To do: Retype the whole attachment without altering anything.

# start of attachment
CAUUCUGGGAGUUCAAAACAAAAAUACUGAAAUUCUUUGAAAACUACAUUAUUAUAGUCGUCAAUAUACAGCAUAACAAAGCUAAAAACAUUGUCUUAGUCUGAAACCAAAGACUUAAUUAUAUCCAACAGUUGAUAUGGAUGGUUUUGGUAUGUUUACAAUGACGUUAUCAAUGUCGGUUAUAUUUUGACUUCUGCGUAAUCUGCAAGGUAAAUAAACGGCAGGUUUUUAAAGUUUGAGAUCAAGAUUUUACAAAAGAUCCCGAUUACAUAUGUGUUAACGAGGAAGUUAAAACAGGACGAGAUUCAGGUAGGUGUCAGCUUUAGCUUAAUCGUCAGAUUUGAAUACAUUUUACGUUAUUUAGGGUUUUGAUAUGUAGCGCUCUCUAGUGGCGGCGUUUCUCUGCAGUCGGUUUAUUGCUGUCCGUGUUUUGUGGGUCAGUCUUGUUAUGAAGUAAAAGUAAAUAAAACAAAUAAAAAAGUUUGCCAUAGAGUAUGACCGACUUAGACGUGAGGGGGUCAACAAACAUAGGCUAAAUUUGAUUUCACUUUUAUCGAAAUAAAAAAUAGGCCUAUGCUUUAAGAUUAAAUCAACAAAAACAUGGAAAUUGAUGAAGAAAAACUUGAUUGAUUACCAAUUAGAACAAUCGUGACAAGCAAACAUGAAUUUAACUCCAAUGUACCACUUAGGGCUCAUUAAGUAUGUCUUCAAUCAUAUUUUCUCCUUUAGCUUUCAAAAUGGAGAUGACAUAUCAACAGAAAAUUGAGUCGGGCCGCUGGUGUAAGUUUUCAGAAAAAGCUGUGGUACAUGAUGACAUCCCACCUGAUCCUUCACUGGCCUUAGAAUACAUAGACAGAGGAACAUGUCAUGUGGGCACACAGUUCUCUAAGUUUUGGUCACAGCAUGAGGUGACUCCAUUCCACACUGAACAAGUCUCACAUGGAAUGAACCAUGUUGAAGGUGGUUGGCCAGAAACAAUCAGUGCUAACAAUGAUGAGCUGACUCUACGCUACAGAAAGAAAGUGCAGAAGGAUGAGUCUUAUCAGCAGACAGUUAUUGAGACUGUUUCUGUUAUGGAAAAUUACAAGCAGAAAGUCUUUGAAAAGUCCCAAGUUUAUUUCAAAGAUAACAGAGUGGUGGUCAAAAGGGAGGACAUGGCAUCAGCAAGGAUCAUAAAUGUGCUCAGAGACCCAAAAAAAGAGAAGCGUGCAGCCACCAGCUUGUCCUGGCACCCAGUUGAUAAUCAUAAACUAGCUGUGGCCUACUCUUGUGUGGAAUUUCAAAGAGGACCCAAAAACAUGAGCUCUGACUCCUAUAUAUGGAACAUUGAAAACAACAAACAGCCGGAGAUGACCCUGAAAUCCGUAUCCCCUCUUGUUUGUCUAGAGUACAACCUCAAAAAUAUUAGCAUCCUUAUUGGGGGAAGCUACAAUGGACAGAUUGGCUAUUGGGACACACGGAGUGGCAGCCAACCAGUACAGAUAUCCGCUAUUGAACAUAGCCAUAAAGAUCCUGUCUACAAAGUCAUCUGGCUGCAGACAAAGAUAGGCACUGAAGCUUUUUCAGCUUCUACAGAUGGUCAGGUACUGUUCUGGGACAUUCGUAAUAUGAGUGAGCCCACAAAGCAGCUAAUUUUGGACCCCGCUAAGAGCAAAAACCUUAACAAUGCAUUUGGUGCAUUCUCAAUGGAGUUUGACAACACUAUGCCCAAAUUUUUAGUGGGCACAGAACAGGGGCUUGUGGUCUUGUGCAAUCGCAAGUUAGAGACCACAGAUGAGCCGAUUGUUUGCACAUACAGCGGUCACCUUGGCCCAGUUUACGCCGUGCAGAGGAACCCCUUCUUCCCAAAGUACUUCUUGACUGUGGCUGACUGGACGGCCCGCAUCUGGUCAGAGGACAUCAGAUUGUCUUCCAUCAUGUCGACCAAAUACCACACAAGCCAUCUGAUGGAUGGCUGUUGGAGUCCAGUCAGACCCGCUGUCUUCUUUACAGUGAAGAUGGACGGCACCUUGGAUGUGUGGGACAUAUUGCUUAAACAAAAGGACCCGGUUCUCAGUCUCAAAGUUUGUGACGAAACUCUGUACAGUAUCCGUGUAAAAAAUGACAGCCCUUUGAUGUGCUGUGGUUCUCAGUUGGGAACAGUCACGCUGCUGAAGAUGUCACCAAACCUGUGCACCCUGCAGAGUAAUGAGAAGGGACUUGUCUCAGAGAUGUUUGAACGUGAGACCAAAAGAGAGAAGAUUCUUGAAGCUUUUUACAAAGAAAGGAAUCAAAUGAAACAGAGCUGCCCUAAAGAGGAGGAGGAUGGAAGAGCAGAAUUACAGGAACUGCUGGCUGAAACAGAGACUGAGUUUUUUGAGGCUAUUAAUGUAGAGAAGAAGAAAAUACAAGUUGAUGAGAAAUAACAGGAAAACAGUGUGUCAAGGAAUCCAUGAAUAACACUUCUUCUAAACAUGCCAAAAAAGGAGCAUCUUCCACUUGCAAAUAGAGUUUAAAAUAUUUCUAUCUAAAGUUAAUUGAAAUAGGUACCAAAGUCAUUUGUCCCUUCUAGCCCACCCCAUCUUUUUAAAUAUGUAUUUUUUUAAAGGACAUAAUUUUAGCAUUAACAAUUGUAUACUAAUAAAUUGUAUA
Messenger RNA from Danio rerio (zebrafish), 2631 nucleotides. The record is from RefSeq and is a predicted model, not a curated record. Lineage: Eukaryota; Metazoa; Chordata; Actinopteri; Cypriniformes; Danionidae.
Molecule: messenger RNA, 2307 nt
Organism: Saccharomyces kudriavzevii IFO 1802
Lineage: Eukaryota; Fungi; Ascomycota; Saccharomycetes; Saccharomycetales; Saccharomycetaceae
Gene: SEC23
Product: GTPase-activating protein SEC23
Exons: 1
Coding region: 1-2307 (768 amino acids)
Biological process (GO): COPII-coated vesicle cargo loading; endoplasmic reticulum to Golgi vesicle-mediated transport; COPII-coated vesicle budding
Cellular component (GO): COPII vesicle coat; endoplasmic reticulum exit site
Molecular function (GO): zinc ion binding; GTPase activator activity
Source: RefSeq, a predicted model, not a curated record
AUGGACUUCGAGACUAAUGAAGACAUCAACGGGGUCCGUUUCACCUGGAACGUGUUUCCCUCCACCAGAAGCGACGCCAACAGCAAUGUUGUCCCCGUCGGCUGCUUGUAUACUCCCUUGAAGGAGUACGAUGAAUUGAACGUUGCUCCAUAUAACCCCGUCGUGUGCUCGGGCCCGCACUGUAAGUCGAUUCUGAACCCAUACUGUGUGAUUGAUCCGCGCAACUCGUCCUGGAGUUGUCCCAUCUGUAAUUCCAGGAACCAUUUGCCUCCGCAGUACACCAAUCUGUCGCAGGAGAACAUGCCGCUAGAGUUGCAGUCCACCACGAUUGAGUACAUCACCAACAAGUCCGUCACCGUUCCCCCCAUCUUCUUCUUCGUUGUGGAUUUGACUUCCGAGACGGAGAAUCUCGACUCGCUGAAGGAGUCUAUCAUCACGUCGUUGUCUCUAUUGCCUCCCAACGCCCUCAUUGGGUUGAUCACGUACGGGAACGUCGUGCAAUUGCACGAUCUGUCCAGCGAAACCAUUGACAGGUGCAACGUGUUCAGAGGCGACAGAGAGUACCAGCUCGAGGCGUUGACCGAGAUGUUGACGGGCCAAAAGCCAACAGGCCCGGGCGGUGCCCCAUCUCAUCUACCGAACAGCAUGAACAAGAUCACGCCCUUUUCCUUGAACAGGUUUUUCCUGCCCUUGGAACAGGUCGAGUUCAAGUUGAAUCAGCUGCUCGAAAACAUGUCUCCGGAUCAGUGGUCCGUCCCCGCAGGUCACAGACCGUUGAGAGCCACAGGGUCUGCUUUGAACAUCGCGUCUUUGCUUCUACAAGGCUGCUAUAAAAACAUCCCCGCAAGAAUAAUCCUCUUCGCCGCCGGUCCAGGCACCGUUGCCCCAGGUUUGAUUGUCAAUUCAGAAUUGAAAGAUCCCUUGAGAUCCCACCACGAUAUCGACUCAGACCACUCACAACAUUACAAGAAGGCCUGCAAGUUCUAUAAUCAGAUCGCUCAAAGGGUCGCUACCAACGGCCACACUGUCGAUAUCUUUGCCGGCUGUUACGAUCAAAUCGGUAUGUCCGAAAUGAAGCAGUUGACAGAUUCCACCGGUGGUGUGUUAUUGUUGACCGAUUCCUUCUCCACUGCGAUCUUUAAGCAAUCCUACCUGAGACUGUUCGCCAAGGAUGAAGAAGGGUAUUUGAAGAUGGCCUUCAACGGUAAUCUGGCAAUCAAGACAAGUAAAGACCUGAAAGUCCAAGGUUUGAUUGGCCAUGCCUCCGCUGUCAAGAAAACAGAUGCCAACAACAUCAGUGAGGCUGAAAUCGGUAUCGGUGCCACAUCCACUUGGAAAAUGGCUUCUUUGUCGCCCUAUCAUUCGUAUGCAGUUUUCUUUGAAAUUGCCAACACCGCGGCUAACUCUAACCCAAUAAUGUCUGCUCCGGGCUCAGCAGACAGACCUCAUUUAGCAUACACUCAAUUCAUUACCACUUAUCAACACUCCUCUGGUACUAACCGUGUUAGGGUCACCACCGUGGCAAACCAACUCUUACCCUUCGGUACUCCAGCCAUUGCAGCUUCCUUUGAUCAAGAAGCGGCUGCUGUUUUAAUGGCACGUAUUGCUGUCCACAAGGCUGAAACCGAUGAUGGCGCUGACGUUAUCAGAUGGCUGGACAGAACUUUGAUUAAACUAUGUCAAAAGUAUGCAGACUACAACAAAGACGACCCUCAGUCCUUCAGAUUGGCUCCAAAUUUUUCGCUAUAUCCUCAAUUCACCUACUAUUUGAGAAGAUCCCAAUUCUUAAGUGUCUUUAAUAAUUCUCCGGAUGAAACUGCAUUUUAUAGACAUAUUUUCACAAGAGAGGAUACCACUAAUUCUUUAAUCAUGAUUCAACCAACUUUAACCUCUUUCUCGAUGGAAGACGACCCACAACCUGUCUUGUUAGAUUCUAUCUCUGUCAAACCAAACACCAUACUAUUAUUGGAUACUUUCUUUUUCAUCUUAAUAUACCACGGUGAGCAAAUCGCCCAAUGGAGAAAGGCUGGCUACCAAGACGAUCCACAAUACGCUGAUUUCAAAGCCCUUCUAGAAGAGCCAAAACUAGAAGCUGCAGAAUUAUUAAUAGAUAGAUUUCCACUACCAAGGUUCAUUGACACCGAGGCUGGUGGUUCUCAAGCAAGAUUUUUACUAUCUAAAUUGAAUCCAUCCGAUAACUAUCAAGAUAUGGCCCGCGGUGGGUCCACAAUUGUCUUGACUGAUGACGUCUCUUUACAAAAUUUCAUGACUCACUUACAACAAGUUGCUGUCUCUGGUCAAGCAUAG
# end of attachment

CAUUCUGGGAGUUCAAAACAAAAAUACUGAAAUUCUUUGAAAACUACAUUAUUAUAGUCGUCAAUAUACAGCAUAACAAAGCUAAAAACAUUGUCUUAGUCUGAAACCAAAGACUUAAUUAUAUCCAACAGUUGAUAUGGAUGGUUUUGGUAUGUUUACAAUGACGUUAUCAAUGUCGGUUAUAUUUUGACUUCUGCGUAAUCUGCAAGGUAAAUAAACGGCAGGUUUUUAAAGUUUGAGAUCAAGAUUUUACAAAAGAUCCCGAUUACAUAUGUGUUAACGAGGAAGUUAAAACAGGACGAGAUUCAGGUAGGUGUCAGCUUUAGCUUAAUCGUCAGAUUUGAAUACAUUUUACGUUAUUUAGGGUUUUGAUAUGUAGCGCUCUCUAGUGGCGGCGUUUCUCUGCAGUCGGUUUAUUGCUGUCCGUGUUUUGUGGGUCAGUCUUGUUAUGAAGUAAAAGUAAAUAAAACAAAUAAAAAAGUUUGCCAUAGAGUAUGACCGACUUAGACGUGAGGGGGUCAACAAACAUAGGCUAAAUUUGAUUUCACUUUUAUCGAAAUAAAAAAUAGGCCUAUGCUUUAAGAUUAAAUCAACAAAAACAUGGAAAUUGAUGAAGAAAAACUUGAUUGAUUACCAAUUAGAACAAUCGUGACAAGCAAACAUGAAUUUAACUCCAAUGUACCACUUAGGGCUCAUUAAGUAUGUCUUCAAUCAUAUUUUCUCCUUUAGCUUUCAAAAUGGAGAUGACAUAUCAACAGAAAAUUGAGUCGGGCCGCUGGUGUAAGUUUUCAGAAAAAGCUGUGGUACAUGAUGACAUCCCACCUGAUCCUUCACUGGCCUUAGAAUACAUAGACAGAGGAACAUGUCAUGUGGGCACACAGUUCUCUAAGUUUUGGUCACAGCAUGAGGUGACUCCAUUCCACACUGAACAAGUCUCACAUGGAAUGAACCAUGUUGAAGGUGGUUGGCCAGAAACAAUCAGUGCUAACAAUGAUGAGCUGACUCUACGCUACAGAAAGAAAGUGCAGAAGGAUGAGUCUUAUCAGCAGACAGUUAUUGAGACUGUUUCUGUUAUGGAAAAUUACAAGCAGAAAGUCUUUGAAAAGUCCCAAGUUUAUUUCAAAGAUAACAGAGUGGUGGUCAAAAGGGAGGACAUGGCAUCAGCAAGGAUCAUAAAUGUGCUCAGAGACCCAAAAAAAGAGAAGCGUGCAGCCACCAGCUUGUCCUGGCACCCAGUUGAUAAUCAUAAACUAGCUGUGGCCUACUCUUGUGUGGAAUUUCAAAGAGGACCCAAAAACAUGAGCUCUGACUCCUAUAUAUGGAACAUUGAAAACAACAAACAGCCGGAGAUGACCCUGAAAUCCGUAUCCCCUCUUGUUUGUCUAGAGUACAACCUCAAAAAUAUUAGCAUCCUUAUUGGGGGAAGCUACAAUGGACAGAUUGGCUAUUGGGACACACGGAGUGGCAGCCAACCAGUACAGAUAUCCGCUAUUGAACAUAGCCAUAAAGAUCCUGUCUACAAAGUCAUCUGGCUGCAGACAAAGAUAGGCACUGAAGCUUUUUCAGCUUCUACAGAUGGUCAGGUACUGUUCUGGGACAUUCGUAAUAUGAGUGAGCCCACAAAGCAGCUAAUUUUGGACCCCGCUAAGAGCAAAAACCUUAACAAUGCAUUUGGUGCAUUCUCAAUGGAGUUUGACAACACUAUGCCCAAAUUUUUAGUGGGCACAGAACAGGGGCUUGUGGUCUUGUGCAAUCGCAAGUUAGAGACCACAGAUGAGCCGAUUGUUUGCACAUACAGCGGUCACCUUGGCCCAGUUUACGCCGUGCAGAGGAACCCCUUCUUCCCAAAGUACUUCUUGACUGUGGCUGACUGGACGGCCCGCAUCUGGUCAGAGGACAUCAGAUUGUCUUCCAUCAUGUCGACCAAAUACCACACAAGCCAUCUGAUGGAUGGCUGUUGGAGUCCAGUCAGACCCGCUGUCUUCUUUACAGUGAAGAUGGACGGCACCUUGGAUGUGUGGGACAUAUUGCUUAAACAAAAGGACCCGGUUCUCAGUCUCAAAGUUUGUGACGAAACUCUGUACAGUAUCCGUGUAAAAAAUGACAGCCCUUUGAUGUGCUGUGGUUCUCAGUUGGGAACAGUCACGCUGCUGAAGAUGUCACCAAACCUGUGCACCCUGCAGAGUAAUGAGAAGGGACUUGUCUCAGAGAUGUUUGAACGUGAGACCAAAAGAGAGAAGAUUCUUGAAGCUUUUUACAAAGAAAGGAAUCAAAUGAAACAGAGCUGCCCUAAAGAGGAGGAGGAUGGAAGAGCAGAAUUACAGGAACUGCUGGCUGAAACAGAGACUGAGUUUUUUGAGGCUAUUAAUGUAGAGAAGAAGAAAAUACAAGUUGAUGAGAAAUAACAGGAAAACAGUGUGUCAAGGAAUCCAUGAAUAACACUUCUUCUAAACAUGCCAAAAAAGGAGCAUCUUCCACUUGCAAAUAGAGUUUAAAAUAUUUCUAUCUAAAGUUAAUUGAAAUAGGUACCAAAGUCAUUUGUCCCUUCUAGCCCACCCCAUCUUUUUAAAUAUGUAUUUUUUUAAAGGACAUAAUUUUAGCAUUAACAAUUGUAUACUAAUAAAUUGUAUA
Messenger RNA from Danio rerio (zebrafish), 2631 nucleotides. The record is from RefSeq and is a predicted model, not a curated record. Lineage: Eukaryota; Metazoa; Chordata; Actinopteri; Cypriniformes; Danionidae.
Molecule: messenger RNA, 2307 nt
Organism: Saccharomyces kudriavzevii IFO 1802
Lineage: Eukaryota; Fungi; Ascomycota; Saccharomycetes; Saccharomycetales; Saccharomycetaceae
Gene: SEC23
Product: GTPase-activating protein SEC23
Exons: 1
Coding region: 1-2307 (768 amino acids)
Biological process (GO): COPII-coated vesicle cargo loading; endoplasmic reticulum to Golgi vesicle-mediated transport; COPII-coated vesicle budding
Cellular component (GO): COPII vesicle coat; endoplasmic reticulum exit site
Molecular function (GO): zinc ion binding; GTPase activator activity
Source: RefSeq, a predicted model, not a curated record
AUGGACUUCGAGACUAAUGAAGACAUCAACGGGGUCCGUUUCACCUGGAACGUGUUUCCCUCCACCAGAAGCGACGCCAACAGCAAUGUUGUCCCCGUCGGCUGCUUGUAUACUCCCUUGAAGGAGUACGAUGAAUUGAACGUUGCUCCAUAUAACCCCGUCGUGUGCUCGGGCCCGCACUGUAAGUCGAUUCUGAACCCAUACUGUGUGAUUGAUCCGCGCAACUCGUCCUGGAGUUGUCCCAUCUGUAAUUCCAGGAACCAUUUGCCUCCGCAGUACACCAAUCUGUCGCAGGAGAACAUGCCGCUAGAGUUGCAGUCCACCACGAUUGAGUACAUCACCAACAAGUCCGUCACCGUUCCCCCCAUCUUCUUCUUCGUUGUGGAUUUGACUUCCGAGACGGAGAAUCUCGACUCGCUGAAGGAGUCUAUCAUCACGUCGUUGUCUCUAUUGCCUCCCAACGCCCUCAUUGGGUUGAUCACGUACGGGAACGUCGUGCAAUUGCACGAUCUGUCCAGCGAAACCAUUGACAGGUGCAACGUGUUCAGAGGCGACAGAGAGUACCAGCUCGAGGCGUUGACCGAGAUGUUGACGGGCCAAAAGCCAACAGGCCCGGGCGGUGCCCCAUCUCAUCUACCGAACAGCAUGAACAAGAUCACGCCCUUUUCCUUGAACAGGUUUUUCCUGCCCUUGGAACAGGUCGAGUUCAAGUUGAAUCAGCUGCUCGAAAACAUGUCUCCGGAUCAGUGGUCCGUCCCCGCAGGUCACAGACCGUUGAGAGCCACAGGGUCUGCUUUGAACAUCGCGUCUUUGCUUCUACAAGGCUGCUAUAAAAACAUCCCCGCAAGAAUAAUCCUCUUCGCCGCCGGUCCAGGCACCGUUGCCCCAGGUUUGAUUGUCAAUUCAGAAUUGAAAGAUCCCUUGAGAUCCCACCACGAUAUCGACUCAGACCACUCACAACAUUACAAGAAGGCCUGCAAGUUCUAUAAUCAGAUCGCUCAAAGGGUCGCUACCAACGGCCACACUGUCGAUAUCUUUGCCGGCUGUUACGAUCAAAUCGGUAUGUCCGAAAUGAAGCAGUUGACAGAUUCCACCGGUGGUGUGUUAUUGUUGACCGAUUCCUUCUCCACUGCGAUCUUUAAGCAAUCCUACCUGAGACUGUUCGCCAAGGAUGAAGAAGGGUAUUUGAAGAUGGCCUUCAACGGUAAUCUGGCAAUCAAGACAAGUAAAGACCUGAAAGUCCAAGGUUUGAUUGGCCAUGCCUCCGCUGUCAAGAAAACAGAUGCCAACAACAUCAGUGAGGCUGAAAUCGGUAUCGGUGCCACAUCCACUUGGAAAAUGGCUUCUUUGUCGCCCUAUCAUUCGUAUGCAGUUUUCUUUGAAAUUGCCAACACCGCGGCUAACUCUAACCCAAUAAUGUCUGCUCCGGGCUCAGCAGACAGACCUCAUUUAGCAUACACUCAAUUCAUUACCACUUAUCAACACUCCUCUGGUACUAACCGUGUUAGGGUCACCACCGUGGCAAACCAACUCUUACCCUUCGGUACUCCAGCCAUUGCAGCUUCCUUUGAUCAAGAAGCGGCUGCUGUUUUAAUGGCACGUAUUGCUGUCCACAAGGCUGAAACCGAUGAUGGCGCUGACGUUAUCAGAUGGCUGGACAGAACUUUGAUUAAACUAUGUCAAAAGUAUGCAGACUACAACAAAGACGACCCUCAGUCCUUCAGAUUGGCUCCAAAUUUUUCGCUAUAUCCUCAAUUCACCUACUAUUUGAGAAGAUCCCAAUUCUUAAGUGUCUUUAAUAAUUCUCCGGAUGAAACUGCAUUUUAUAGACAUAUUUUCACAAGAGAGGAUACCACUAAUUCUUUAAUCAUGAUUCAACCAACUUUAACCUCUUUCUCGAUGGAAGACGACCCACAACCUGUCUUGUUAGAUUCUAUCUCUGUCAAACCAAACACCAUACUAUUAUUGGAUACUUUCUUUUUCAUCUUAAUAUACCACGGUGAGCAAAUCGCCCAAUGGAGAAAGGCUGGCUACCAAGACGAUCCACAAUACGCUGAUUUCAAAGCCCUUCUAGAAGAGCCAAAACUAGAAGCUGCAGAAUUAUUAAUAGAUAGAUUUCCACUACCAAGGUUCAUUGACACCGAGGCUGGUGGUUCUCAAGCAAGAUUUUUACUAUCUAAAUUGAAUCCAUCCGAUAACUAUCAAGAUAUGGCCCGCGGUGGGUCCACAAUUGUCUUGACUGAUGACGUCUCUUUACAAAAUUUCAUGACUCACUUACAACAAGUUGCUGUCUCUGGUCAAGCAUAG